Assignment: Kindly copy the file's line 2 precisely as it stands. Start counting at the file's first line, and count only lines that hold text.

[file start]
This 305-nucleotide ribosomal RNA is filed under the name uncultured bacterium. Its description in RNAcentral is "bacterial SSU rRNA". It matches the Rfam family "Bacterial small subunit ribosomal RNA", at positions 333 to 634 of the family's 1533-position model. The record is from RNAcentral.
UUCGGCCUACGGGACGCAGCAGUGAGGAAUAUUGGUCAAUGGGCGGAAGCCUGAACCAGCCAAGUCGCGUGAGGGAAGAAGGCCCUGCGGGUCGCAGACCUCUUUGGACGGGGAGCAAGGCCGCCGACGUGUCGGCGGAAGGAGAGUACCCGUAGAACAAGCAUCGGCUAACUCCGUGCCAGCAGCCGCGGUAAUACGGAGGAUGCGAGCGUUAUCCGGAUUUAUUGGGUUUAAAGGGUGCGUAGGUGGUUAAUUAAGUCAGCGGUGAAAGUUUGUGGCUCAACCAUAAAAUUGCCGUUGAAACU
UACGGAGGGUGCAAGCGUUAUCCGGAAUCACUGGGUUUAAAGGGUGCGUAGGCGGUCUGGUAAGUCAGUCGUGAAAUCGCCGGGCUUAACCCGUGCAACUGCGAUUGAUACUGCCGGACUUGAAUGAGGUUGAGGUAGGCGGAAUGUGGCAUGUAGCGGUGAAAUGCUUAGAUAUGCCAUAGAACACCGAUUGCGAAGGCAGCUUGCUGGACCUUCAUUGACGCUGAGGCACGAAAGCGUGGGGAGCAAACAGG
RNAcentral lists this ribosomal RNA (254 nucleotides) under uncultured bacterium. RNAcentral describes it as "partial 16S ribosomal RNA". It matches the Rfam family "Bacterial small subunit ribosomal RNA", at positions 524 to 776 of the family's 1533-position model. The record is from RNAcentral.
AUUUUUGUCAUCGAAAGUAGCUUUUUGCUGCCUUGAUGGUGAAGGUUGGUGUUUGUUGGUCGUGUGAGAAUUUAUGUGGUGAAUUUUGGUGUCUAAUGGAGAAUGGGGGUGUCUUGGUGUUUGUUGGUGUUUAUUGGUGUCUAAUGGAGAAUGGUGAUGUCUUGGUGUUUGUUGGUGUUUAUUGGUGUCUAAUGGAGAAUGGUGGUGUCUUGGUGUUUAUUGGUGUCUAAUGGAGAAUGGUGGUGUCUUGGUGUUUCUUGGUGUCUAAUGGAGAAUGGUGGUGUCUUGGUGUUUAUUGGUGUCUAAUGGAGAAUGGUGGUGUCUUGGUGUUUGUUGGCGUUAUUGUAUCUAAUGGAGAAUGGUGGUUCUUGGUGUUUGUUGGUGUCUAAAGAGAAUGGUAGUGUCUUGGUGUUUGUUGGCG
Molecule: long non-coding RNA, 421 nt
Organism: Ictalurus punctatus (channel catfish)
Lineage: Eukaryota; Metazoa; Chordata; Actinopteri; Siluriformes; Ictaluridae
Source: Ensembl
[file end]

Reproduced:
UUCGGCCUACGGGACGCAGCAGUGAGGAAUAUUGGUCAAUGGGCGGAAGCCUGAACCAGCCAAGUCGCGUGAGGGAAGAAGGCCCUGCGGGUCGCAGACCUCUUUGGACGGGGAGCAAGGCCGCCGACGUGUCGGCGGAAGGAGAGUACCCGUAGAACAAGCAUCGGCUAACUCCGUGCCAGCAGCCGCGGUAAUACGGAGGAUGCGAGCGUUAUCCGGAUUUAUUGGGUUUAAAGGGUGCGUAGGUGGUUAAUUAAGUCAGCGGUGAAAGUUUGUGGCUCAACCAUAAAAUUGCCGUUGAAACU